Winegrapes are harvested only once a year and tending the vines is costly and time-intensive. So growers farming grapes during 2020’s coronavirus-pandemic-induced uncertainty are faced with a serious conflict: either spend money farming as normal without knowing whether the grapes can ultimately be sold, or largely abandon this year’s crop.
At present, estimates suggest that smaller wineries will see a loss of at least 50 percent of their 2020 revenues, with only the largest wine companies weathering the COVID-19 storm without significant declines in sales. This is because the smaller wineries often don’t have access to retail chain stores that have seen an uptick in wine sales. Instead, more boutique producers sell most of their wines through face-to-face channels such as tasting rooms and restaurants, and everything requiring face-to-face sales is suffering. For farmers, the problem is that there is no clear understanding of just how many wineries will be looking to (or able to) purchase grapes come harvest, especially at the mid- to higher-end price range.
Having a contract will likely help a few growers sell their grapes, but plenty of wineries are already teetering on the brink of economic ruin and will not have the ability to purchase regardless. Those growers who farm without contracts will face severe price pressure at best or be left holding unsold and unwanted grapes. Winegrape farmers who give up on farming normally this year are not left completely off the hook, either. They will need to keep the vines healthy for next year, which means they’ll be spending at least some money, even if it’s less than normal.
Growers who make their own wine will not be completely in the clear. Yes, they can farm their grapes and make their wine, but then what? Normally such wine can be either bottled under their own label, or sold on the bulk market to other wineries. Up until recently such a strategy was sound and often lucrative. Such growers might even have sold some grapes at harvest to supplement cash flow before other sources of income arrived from their bulk wine (normally a few months to a year from harvest) and eventually their own wine sales (anywhere from one to four or more years from harvest). But this year is different, as the bulk market will likely become flooded with wine in the coming months as producers seek to lessen their inventories. That being the case, any additional supply will sell for much less than these growers hoped and will often end up finding its way into the programs of some of the largest wine producers, such as E&J Gallo, Constellation or branded programs for large retail outlets.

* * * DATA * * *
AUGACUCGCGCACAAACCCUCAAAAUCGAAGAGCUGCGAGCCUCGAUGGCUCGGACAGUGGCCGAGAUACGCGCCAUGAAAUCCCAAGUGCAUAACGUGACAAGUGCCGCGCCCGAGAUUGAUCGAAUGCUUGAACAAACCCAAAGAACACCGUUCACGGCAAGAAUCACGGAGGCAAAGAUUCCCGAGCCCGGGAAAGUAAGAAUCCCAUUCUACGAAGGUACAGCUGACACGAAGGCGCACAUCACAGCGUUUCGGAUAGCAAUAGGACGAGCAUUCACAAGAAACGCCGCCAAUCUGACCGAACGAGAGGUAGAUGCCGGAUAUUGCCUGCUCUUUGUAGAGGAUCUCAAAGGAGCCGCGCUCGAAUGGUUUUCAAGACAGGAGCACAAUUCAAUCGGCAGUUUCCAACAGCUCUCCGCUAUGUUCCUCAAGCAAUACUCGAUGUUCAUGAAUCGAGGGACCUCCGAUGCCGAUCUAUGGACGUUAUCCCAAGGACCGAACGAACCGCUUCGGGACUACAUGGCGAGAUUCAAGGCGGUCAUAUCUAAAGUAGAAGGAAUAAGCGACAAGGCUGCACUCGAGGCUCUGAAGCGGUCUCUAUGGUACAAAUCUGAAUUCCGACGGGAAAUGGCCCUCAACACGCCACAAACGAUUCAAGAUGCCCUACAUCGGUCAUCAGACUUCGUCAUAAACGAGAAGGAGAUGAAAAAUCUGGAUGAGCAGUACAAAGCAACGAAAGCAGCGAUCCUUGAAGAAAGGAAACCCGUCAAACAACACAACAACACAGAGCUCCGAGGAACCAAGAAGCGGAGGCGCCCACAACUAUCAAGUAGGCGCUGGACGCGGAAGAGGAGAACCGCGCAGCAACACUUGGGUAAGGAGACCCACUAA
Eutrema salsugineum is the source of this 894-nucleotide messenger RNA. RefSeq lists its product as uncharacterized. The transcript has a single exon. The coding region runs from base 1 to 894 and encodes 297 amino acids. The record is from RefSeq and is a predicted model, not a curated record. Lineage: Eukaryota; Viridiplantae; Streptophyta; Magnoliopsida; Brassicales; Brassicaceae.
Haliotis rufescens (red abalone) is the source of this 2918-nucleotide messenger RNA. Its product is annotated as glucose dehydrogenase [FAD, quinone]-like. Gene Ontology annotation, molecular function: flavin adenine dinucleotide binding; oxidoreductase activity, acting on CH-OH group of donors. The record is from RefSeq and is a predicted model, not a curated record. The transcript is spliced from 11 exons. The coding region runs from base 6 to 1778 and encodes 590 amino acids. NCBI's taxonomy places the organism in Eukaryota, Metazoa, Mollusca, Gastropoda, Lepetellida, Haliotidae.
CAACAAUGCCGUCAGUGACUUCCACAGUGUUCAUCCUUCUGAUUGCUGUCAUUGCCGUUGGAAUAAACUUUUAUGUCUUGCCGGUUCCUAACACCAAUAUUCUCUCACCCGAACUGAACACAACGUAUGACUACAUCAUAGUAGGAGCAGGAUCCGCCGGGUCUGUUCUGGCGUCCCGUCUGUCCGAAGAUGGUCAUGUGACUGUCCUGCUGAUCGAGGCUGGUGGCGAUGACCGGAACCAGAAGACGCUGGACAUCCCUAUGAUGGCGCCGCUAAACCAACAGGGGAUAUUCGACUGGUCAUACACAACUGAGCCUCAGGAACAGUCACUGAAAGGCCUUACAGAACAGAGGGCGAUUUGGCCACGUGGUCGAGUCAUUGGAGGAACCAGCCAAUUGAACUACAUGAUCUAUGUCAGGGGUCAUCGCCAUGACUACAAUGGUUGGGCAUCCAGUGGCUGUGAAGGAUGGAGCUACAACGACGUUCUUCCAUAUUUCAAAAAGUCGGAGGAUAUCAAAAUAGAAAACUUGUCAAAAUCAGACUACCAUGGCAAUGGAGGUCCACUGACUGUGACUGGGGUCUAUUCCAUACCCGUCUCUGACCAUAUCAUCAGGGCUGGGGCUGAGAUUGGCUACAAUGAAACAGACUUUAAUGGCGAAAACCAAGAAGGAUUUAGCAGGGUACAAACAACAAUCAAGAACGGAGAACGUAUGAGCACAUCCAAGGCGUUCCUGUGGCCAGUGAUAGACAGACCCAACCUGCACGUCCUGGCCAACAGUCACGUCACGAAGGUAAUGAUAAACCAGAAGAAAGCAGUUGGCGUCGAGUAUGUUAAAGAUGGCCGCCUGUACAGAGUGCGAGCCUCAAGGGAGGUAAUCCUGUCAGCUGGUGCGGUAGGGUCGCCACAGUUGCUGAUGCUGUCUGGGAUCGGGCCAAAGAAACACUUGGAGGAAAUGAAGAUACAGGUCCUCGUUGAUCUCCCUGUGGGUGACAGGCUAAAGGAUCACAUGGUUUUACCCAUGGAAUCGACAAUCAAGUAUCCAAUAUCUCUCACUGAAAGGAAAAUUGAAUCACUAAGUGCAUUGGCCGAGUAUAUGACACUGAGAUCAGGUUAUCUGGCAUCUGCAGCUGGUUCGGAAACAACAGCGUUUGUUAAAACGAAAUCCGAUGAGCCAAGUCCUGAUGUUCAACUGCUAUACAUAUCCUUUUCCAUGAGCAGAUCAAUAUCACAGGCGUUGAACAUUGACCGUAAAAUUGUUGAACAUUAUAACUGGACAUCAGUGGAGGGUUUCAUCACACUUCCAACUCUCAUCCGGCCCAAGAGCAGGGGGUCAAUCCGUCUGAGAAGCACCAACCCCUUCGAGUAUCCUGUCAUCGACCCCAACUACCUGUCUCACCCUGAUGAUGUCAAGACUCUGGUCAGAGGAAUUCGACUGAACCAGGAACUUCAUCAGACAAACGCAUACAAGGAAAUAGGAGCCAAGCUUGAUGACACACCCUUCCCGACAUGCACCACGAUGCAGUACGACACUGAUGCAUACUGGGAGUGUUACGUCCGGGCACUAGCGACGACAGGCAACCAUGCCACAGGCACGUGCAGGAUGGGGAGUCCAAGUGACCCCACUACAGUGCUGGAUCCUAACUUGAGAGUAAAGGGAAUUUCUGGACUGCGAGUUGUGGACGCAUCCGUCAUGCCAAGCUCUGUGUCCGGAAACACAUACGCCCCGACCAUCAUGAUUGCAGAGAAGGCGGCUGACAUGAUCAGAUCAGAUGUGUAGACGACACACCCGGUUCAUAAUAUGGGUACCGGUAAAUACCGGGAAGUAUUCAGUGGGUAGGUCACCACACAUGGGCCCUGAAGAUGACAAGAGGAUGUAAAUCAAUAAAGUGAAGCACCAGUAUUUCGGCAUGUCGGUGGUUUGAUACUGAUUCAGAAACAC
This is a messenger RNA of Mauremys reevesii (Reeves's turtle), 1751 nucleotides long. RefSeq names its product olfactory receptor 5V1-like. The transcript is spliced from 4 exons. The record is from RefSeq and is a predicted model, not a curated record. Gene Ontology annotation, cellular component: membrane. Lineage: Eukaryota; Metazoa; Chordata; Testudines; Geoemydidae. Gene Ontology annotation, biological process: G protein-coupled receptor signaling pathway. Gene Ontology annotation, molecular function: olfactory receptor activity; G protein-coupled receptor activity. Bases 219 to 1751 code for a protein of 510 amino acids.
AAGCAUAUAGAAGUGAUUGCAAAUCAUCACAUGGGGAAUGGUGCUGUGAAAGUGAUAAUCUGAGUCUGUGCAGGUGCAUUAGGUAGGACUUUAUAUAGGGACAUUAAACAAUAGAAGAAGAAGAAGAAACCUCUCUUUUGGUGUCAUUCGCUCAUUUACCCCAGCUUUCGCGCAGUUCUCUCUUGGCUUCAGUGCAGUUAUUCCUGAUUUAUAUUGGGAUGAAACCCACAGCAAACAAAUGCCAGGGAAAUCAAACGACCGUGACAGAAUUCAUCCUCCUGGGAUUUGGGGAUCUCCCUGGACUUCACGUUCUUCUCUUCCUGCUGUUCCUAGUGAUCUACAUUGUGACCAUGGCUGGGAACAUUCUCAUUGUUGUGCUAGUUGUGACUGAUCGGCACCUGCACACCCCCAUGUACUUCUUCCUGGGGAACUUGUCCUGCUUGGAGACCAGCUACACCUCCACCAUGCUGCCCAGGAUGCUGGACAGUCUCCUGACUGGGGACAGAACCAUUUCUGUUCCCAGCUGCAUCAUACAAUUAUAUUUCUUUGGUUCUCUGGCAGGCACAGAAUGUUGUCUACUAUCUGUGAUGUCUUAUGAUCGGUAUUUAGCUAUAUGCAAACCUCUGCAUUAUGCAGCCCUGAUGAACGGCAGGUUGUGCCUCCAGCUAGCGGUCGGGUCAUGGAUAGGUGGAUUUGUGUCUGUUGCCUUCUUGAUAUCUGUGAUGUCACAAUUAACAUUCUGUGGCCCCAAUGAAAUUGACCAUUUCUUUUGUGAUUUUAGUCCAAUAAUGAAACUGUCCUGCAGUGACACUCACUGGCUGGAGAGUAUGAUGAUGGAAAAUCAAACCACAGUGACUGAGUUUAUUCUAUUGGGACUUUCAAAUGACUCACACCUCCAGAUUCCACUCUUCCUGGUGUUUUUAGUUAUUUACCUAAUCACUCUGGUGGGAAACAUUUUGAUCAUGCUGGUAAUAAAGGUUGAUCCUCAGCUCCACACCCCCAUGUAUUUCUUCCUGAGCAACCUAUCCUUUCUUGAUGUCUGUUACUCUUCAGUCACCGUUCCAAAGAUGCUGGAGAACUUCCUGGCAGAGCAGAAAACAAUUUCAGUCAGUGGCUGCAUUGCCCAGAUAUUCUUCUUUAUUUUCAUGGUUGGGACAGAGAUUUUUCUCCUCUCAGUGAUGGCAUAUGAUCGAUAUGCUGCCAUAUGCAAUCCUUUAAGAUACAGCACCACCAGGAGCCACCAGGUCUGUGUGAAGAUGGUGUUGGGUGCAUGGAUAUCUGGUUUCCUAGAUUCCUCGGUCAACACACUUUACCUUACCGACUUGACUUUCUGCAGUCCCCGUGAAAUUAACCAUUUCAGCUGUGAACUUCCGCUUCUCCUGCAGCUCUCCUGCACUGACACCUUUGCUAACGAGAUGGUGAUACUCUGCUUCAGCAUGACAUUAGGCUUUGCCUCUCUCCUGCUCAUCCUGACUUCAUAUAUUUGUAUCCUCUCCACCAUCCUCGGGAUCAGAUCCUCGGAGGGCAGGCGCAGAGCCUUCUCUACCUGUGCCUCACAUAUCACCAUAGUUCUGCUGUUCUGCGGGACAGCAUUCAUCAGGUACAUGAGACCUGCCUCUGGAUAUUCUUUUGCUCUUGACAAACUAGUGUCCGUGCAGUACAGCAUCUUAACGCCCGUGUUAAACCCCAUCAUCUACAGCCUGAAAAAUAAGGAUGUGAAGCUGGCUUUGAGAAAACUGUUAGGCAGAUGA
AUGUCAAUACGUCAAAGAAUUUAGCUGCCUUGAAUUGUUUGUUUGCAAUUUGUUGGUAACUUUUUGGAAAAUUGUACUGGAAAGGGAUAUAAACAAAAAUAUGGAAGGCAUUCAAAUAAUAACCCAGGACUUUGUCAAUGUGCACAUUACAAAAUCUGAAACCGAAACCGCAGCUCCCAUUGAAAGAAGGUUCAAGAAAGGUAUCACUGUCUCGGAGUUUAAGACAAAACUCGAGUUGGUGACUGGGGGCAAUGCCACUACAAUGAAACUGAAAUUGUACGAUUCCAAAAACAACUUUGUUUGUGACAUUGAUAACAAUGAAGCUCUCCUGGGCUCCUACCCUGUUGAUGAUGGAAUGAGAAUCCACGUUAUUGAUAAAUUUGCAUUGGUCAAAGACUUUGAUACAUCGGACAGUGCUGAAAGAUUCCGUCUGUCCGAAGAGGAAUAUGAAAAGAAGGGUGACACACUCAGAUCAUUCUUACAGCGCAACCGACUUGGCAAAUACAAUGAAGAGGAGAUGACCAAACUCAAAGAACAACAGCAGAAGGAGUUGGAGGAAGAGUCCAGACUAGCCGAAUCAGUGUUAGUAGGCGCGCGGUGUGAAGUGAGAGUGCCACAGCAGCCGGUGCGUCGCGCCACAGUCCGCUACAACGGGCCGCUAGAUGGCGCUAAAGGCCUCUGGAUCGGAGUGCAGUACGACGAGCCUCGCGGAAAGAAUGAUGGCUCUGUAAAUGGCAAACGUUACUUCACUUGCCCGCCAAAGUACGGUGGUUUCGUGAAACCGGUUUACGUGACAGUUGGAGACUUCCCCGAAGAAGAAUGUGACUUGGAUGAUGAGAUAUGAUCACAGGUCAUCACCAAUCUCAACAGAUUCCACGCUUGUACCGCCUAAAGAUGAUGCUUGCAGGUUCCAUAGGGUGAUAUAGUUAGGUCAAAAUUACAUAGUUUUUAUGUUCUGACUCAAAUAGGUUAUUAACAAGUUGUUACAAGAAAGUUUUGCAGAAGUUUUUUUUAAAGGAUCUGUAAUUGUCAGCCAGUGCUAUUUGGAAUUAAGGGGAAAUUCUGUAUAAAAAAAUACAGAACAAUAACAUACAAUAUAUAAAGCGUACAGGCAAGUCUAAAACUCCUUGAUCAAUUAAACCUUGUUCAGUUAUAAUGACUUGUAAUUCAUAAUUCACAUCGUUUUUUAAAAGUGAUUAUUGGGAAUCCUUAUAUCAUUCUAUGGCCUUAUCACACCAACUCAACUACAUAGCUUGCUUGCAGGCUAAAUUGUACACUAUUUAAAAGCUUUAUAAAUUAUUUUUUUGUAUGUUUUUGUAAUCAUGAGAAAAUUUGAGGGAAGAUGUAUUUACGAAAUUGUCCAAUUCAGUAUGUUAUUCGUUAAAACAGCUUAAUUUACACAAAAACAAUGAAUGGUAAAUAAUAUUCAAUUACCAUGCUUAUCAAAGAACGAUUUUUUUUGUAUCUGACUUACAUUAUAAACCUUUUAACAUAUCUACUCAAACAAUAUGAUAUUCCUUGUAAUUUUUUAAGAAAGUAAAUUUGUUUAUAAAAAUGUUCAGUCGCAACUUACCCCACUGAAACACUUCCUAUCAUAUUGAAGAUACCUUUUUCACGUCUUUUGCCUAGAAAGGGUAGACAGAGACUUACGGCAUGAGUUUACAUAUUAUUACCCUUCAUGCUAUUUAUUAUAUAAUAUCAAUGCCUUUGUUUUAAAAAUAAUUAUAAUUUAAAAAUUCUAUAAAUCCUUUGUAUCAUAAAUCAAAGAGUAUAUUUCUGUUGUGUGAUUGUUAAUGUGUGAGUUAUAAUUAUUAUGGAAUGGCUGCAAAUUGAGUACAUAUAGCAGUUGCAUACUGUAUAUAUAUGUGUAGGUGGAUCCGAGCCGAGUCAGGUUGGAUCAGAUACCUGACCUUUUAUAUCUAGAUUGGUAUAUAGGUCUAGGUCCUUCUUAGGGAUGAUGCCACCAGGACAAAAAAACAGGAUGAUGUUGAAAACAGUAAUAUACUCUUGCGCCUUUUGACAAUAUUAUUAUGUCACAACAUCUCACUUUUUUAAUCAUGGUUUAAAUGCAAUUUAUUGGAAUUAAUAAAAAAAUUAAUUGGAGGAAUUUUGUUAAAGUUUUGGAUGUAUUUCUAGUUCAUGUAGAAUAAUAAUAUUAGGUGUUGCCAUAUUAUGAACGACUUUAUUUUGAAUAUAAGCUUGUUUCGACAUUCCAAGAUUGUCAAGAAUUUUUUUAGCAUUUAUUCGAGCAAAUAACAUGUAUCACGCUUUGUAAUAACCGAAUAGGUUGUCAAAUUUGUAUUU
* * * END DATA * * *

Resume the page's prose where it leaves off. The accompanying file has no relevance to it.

What’s a grape grower to do?
There are more than 1,500 grape farmers in Sonoma County and nearly 800 in Napa County. And though the biggest landholders are often huge corporations, the vast majority of the growers are small, family-owned operations that have built their businesses through hard work and a laser focus on quality and consistency. These farmers will face their own challenges and brave the future slightly differently, but there are alternative paths each grower should consider.
Because capital is relatively inexpensive at the moment, this might be an excellent opportunity to remove a vineyard and replant it in the coming years. This is particularly attractive if you don’t have a long-term contract and/or you’ve seen waning interest for your varietal and/or clone in the past few years. Another, less drastic option is to modify your farming toward a lower price-point model. Questions to ask: Can you live with fewer vineyard passes? Are there climate-friendly practices that might actually reduce costs, such as no-till or fewer-spray events? Ironically, perhaps this is the year when you don’t drop as much fruit as you normally might to assess the quality and vine-health implications of doing so.
Farmers are a resilient bunch. And though the impact from the coronavirus shelter-in-place orders and the tragedy of untimely deaths and sickness will haunt both our local livelihoods and the entire planet for years to come, many within the agriculture community will survive and some even thrive. They will do this like they’ve weathered every other challenge of the past— by getting up in the morning, putting on their boots and doing what they do best. It wouldn’t hurt for the rest of us to reach out to some of our local farmers and check in to see what wineries they’ve sold their grapes to in the past. Then contact the winery and express your support and interest—maybe purchase a few bottles of wine that includes your grower’s vineyard grapes.